An Introduction easy walking

Hebden Bridge and Mytholmroyd are great centres for walking, but many people think that because our towns are set in the deep Calder valley, you have to be very fit to walk round here. NOT TRUE, there are plenty of walks that anyone can do.

Don’t think that easy walks are just about walking in the valley bottom. With the aid of local buses, you can enjoy easy walks on the tops to take in the wonderful views (or the atmospheric low cloud if you are unlucky!)

AND IT KEEPS YOU HEALTHY. Walking is an excellent way to help you stay healthy and gain pleasure from your surroundings. Doctors advise that walking helps protect your body from illnesses and health problems, including heart disease, stroke, high blood pressure, obesity, osteoarthritis and the most common type of diabetes. It is also a great way to fight depression and relieve stress.

The good news is that almost everyone can do it, at any time, for free! Walking needs no special equipment or clothes apart from a decent pair of shoes (although many people swear by walking poles which help with balance and stiff joints). Most of the walks can be done with a buggy, but only the town trail and the Doddnaze walk are 100% suitable for wheel chairs.

A woodland path close to the centre of Hebden Bridge

A woodland path close to the centre of Hebden Bridge

Different grades of easy walking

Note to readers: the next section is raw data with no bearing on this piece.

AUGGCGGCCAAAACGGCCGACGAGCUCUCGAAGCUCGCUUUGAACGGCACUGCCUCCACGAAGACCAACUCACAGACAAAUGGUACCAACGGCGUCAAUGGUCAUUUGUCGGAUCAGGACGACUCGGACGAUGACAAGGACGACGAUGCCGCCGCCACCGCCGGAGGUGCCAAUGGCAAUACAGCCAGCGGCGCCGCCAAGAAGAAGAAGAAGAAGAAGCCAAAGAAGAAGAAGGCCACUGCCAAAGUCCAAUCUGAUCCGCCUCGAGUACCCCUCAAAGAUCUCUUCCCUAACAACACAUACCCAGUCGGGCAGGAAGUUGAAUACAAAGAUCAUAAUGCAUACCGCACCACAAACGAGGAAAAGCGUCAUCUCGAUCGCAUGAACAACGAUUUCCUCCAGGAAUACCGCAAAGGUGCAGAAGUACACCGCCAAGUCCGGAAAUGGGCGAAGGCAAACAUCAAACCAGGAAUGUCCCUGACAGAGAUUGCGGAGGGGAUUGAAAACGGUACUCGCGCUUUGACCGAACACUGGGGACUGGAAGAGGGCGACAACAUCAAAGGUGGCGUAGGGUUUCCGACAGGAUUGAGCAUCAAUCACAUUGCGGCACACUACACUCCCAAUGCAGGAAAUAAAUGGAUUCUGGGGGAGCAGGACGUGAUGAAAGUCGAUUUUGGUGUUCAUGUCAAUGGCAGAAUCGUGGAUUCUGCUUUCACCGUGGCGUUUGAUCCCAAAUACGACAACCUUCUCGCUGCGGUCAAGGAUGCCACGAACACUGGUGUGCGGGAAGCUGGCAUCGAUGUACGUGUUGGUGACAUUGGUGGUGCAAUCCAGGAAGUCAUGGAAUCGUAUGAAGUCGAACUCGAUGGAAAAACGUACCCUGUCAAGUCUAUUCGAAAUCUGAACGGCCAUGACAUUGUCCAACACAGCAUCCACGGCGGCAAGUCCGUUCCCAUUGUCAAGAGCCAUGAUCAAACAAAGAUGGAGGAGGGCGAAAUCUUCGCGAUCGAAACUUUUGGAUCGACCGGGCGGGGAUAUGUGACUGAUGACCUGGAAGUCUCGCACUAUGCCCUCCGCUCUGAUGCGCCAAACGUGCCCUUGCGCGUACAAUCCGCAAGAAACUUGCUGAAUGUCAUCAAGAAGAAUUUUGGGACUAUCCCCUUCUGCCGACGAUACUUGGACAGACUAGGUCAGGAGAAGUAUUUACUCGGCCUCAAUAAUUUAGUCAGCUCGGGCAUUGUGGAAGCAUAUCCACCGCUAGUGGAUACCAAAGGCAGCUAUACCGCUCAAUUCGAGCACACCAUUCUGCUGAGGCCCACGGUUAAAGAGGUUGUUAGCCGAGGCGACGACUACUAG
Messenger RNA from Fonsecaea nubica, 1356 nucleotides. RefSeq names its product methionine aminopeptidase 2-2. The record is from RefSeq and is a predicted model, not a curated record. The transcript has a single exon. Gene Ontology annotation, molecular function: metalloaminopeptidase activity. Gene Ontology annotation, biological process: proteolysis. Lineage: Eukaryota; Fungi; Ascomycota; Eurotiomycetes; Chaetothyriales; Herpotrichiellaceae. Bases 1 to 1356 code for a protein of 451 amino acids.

To help you decide whether it’s the right way for your ability, we have developed a standard format for grading each walk. We welcome comments on this approach.

Length and time
The length of each walk is measured in kilometres and miles. The time is based on 1 mile an hour. This may seem slow, but it includes stopping and looking at views, short rests and tea breaks, but it does not include optional long lunches at the Stubbing Wharf Hotel!

This is about how strenuous the walk is (none of the walks involve long steep inclines). The terms used describe the overall gradient – for example, a mainly flat canal walk or a few gentle inclines. There may also be some specifics – for example, ‘a short slope over a canal bridge’.

This describes how uneven the walk is and the walking surface for example, ‘some pavement and some well maintained woodland paths’. We also indicate whether the surface may be more difficult after rain.

This describes anything which may be difficult for people with restricted mobility – for example stiles and steps etc

These include things like pubs and cafes, toilets and linking bus services.

Points of interest
These highlight points of historical or other interest which you might pass by without noticing.

Back to list of easy walks